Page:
The gender earnings gap has been well-documented as a phenomenon that persists across occupations. In exploring the reasons behind this phenomenon, some studies have found that labor market discrimination or attitudes perpetuating stereotypes towards women help explain the gap. Other studies have shown that women enter negotiations less often and fare worse when they do negotiate. Previous research has revealed gender differences affect how individuals choose between easier and harder tasks, which may contribute to widening the gender earnings gap. Specifically, women may spend less time on challenging and rewarding tasks than their male counterparts, and men choose a challenging task much more frequently than women, even in situations where both genders have equal ability measured in experiments.
Higher-paid jobs are often more challenging. Compared to men, women may be less likely to self-select into more challenging and higher-paid jobs, which may contribute to the gender earnings gap. If high-performing women are disproportionately left out from higher-paying jobs, then we might expect a large gender earnings gap. In a recent article “The Effect of Task Choice and Task Assignment on the Gender Earnings Gap: An Experimental Study,” published at European Economic Review, my coauthor (Xiaofei Pan, Assistant Professor of Economics, Bryant University) and I explore how three different effects may contribute to the gender earnings gap through three distinct channels.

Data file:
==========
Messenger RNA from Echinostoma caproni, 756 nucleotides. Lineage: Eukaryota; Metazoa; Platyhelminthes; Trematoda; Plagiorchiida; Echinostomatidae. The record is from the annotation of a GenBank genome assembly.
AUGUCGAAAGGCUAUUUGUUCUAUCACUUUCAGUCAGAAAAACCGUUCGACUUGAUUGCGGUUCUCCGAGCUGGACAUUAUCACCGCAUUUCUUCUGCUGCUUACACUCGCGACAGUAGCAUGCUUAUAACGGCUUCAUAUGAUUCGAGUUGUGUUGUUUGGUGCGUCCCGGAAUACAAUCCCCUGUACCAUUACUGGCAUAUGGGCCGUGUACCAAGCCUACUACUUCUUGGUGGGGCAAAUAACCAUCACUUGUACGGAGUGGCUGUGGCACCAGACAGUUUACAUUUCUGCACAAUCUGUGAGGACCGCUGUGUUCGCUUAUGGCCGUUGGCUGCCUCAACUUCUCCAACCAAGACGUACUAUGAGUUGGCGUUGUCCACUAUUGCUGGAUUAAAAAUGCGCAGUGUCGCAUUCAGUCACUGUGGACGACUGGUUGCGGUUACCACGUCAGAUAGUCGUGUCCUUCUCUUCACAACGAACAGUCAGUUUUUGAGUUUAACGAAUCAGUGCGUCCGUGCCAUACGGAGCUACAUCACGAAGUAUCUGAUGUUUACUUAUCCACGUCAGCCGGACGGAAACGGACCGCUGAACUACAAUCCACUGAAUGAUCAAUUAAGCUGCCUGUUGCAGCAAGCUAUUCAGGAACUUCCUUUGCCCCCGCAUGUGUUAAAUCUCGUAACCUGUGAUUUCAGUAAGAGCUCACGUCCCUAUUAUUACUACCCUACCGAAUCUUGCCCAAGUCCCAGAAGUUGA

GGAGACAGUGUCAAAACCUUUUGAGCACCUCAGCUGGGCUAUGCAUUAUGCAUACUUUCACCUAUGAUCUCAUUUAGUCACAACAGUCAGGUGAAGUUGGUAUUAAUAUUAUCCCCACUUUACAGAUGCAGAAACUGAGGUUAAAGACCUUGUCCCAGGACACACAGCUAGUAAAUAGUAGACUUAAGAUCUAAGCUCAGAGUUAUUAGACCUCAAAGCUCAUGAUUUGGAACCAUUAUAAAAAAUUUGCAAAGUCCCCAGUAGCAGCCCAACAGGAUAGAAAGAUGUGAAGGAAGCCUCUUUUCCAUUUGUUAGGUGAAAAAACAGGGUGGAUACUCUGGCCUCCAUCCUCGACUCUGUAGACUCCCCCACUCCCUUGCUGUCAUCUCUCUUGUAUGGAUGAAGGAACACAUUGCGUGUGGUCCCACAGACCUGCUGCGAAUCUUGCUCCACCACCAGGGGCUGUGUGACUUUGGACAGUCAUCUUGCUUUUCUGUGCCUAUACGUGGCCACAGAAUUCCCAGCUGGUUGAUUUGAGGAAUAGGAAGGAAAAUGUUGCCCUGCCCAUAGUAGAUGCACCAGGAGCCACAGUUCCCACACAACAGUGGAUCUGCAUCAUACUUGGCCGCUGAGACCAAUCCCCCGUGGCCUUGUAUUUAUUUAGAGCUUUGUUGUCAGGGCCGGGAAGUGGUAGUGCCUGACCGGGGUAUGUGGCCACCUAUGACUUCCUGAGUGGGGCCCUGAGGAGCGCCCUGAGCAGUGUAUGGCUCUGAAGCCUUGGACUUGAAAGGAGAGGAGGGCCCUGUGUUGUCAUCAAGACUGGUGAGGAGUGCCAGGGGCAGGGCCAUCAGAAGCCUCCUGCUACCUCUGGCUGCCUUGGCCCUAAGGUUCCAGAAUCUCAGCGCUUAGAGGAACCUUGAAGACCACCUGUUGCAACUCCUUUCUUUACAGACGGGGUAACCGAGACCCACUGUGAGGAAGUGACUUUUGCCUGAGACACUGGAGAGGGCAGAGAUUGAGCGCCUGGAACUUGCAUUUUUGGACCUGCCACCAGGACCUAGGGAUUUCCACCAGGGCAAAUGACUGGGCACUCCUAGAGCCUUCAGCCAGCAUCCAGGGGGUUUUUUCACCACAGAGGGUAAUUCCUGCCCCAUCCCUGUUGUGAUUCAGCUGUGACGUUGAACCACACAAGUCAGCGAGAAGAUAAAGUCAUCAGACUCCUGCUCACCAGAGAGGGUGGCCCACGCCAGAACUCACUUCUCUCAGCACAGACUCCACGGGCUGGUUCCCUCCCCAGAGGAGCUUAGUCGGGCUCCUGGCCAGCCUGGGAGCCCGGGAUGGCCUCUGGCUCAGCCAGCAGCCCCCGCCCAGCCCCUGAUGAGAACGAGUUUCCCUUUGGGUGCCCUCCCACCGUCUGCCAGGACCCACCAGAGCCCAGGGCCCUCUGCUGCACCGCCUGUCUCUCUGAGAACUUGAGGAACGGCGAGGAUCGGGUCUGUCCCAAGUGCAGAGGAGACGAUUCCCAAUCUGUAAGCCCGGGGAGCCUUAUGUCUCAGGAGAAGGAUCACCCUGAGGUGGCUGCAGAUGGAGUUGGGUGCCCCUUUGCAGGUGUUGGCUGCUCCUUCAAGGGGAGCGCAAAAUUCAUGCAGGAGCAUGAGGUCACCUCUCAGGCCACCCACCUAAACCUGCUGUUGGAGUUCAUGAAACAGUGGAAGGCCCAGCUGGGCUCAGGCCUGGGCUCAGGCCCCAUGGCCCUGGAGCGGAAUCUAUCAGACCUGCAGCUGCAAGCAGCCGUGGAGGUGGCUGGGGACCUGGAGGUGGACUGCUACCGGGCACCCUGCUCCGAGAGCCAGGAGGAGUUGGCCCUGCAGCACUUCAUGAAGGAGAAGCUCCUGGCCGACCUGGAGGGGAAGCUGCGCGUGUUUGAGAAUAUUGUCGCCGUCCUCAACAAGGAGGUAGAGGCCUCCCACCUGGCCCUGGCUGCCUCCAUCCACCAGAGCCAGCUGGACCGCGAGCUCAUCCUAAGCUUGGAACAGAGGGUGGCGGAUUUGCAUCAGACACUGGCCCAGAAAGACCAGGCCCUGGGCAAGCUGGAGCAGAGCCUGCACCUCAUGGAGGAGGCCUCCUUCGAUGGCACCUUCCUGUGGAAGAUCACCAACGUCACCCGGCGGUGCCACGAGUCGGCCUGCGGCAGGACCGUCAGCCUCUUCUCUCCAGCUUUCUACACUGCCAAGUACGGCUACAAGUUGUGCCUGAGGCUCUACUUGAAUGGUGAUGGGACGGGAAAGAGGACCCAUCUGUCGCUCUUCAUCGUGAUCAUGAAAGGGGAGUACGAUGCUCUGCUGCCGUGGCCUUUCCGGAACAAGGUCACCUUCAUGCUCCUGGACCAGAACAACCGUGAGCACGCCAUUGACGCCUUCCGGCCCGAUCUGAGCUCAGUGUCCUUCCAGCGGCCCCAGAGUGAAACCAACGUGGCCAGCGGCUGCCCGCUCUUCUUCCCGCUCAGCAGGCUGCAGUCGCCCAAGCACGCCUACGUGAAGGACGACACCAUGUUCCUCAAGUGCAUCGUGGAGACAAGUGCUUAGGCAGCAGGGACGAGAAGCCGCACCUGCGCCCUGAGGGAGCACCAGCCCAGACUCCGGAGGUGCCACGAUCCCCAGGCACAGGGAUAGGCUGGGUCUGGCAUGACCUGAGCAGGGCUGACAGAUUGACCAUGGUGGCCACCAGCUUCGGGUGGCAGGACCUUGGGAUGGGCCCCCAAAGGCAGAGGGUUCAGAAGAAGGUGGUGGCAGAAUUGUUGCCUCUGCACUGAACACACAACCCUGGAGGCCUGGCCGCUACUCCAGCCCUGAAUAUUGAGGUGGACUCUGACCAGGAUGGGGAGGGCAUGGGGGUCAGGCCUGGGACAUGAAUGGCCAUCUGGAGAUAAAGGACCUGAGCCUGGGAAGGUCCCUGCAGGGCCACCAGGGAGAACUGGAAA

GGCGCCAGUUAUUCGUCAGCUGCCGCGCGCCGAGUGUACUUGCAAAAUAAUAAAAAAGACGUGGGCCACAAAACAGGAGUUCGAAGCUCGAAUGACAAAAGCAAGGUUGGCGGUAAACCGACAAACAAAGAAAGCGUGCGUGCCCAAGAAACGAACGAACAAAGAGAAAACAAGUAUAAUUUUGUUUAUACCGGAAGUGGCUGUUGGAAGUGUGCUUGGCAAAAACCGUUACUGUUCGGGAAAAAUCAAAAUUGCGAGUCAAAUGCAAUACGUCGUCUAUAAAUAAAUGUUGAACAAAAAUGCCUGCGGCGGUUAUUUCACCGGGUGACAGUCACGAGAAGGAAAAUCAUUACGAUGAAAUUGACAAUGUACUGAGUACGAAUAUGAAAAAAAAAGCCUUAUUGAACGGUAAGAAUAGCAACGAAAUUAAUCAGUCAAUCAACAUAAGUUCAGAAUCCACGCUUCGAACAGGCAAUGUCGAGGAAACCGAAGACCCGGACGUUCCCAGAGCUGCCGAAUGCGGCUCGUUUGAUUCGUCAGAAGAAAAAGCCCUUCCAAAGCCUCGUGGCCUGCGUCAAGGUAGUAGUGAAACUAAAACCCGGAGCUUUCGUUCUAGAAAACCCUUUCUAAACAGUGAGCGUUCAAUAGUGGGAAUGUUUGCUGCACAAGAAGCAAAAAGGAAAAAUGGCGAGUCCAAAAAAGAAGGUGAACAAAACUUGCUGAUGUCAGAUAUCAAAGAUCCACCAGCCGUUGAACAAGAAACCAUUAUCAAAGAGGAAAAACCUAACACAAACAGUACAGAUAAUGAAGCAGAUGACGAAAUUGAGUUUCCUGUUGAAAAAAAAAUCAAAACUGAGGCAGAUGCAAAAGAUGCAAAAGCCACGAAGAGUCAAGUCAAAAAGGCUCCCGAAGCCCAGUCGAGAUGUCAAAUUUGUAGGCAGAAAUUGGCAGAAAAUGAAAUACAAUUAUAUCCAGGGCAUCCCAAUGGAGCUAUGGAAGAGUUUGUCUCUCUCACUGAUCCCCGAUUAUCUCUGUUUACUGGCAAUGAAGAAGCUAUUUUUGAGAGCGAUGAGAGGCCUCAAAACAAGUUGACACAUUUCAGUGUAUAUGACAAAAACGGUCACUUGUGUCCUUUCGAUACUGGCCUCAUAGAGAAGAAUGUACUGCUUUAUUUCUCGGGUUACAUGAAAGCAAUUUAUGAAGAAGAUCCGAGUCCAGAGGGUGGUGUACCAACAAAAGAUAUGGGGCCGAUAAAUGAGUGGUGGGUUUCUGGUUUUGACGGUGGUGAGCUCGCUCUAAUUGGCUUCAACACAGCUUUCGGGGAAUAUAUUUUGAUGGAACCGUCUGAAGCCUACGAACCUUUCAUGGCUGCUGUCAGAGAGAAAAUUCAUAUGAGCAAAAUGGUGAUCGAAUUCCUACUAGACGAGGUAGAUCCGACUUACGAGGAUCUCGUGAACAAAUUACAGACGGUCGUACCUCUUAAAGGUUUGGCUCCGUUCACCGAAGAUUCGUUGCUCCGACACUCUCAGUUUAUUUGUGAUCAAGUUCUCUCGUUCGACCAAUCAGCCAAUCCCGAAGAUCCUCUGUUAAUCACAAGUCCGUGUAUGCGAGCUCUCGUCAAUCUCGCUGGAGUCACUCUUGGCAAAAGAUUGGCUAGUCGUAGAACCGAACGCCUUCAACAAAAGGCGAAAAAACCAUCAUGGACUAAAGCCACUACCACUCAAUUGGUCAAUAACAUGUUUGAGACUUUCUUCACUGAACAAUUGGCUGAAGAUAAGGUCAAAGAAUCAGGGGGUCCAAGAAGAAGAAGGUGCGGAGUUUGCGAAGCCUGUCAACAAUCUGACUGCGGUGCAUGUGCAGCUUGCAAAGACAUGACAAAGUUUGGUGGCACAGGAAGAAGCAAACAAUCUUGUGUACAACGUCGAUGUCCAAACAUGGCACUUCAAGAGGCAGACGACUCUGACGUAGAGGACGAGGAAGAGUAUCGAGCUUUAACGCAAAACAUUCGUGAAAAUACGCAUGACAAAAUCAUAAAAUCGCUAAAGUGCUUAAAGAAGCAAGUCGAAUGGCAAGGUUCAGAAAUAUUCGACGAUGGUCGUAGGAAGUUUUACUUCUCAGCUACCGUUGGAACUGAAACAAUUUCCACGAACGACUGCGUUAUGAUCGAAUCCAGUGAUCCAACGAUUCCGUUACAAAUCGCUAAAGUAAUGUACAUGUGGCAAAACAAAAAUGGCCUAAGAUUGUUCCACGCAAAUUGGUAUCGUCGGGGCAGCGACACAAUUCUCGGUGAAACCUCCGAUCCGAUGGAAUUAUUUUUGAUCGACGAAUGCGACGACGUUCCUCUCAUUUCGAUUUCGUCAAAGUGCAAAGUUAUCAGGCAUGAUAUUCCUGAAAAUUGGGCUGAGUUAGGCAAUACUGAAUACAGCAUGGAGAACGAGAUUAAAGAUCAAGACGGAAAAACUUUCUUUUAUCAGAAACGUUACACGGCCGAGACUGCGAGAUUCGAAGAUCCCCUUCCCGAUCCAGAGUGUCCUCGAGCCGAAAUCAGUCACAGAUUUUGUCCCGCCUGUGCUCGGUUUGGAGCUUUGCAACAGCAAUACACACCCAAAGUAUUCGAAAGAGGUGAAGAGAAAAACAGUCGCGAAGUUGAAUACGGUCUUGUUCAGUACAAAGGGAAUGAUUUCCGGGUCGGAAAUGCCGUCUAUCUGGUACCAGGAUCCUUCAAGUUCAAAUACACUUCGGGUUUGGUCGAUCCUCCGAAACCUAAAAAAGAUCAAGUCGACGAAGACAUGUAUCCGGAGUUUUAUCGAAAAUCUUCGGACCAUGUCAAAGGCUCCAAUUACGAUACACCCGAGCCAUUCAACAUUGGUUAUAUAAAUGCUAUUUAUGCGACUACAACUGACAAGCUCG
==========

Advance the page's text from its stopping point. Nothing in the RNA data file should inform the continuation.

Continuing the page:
In our experiment, we first investigate the Task Choice Effect by comparing earnings within women (men) who chose different tasks yet were assigned the same task to address whether those who self-select into the hard and higher-paid task earn more. Then, we explore the Task Assignment Effect by comparing earnings within women (men) who chose the same task yet were assigned different tasks to understand whether, controlling for self-selection, working on the hard and higher-paid task impacts one’s earnings. Finally, we isolate the Gender Effect by comparing earnings between men and women who chose the same and were assigned the same task to study whether women earn differently from men, and explore the determinants of the behavioral difference between men and women.
Our results show that men who prefer the hard and higher-paid task are more likely to obtain higher earnings regardless of the task they are assigned. In contrast, we find that women obtain higher earnings when they work on a hard and higher-paid task even if their initial task choice is the easy and lower-paid one. Our findings are consistent and robust across task stereotypes. Our results imply that motivating women to work on more challenging and rewarding tasks is likely to reduce the gender earnings gap. The results of our study provide scholarly support for workplace mechanisms that provide greater opportunities for female employees to obtain more challenging and rewarding positions.
Dr. Kai Ou is an assistant professor in the Department of Political Science at FSU. Dr. Ou’s research covers institutional effects on economic and political behavior, voting and elections, religion, and competition and coordination between social and ethnic groups. You can learn more about Dr. Ou here.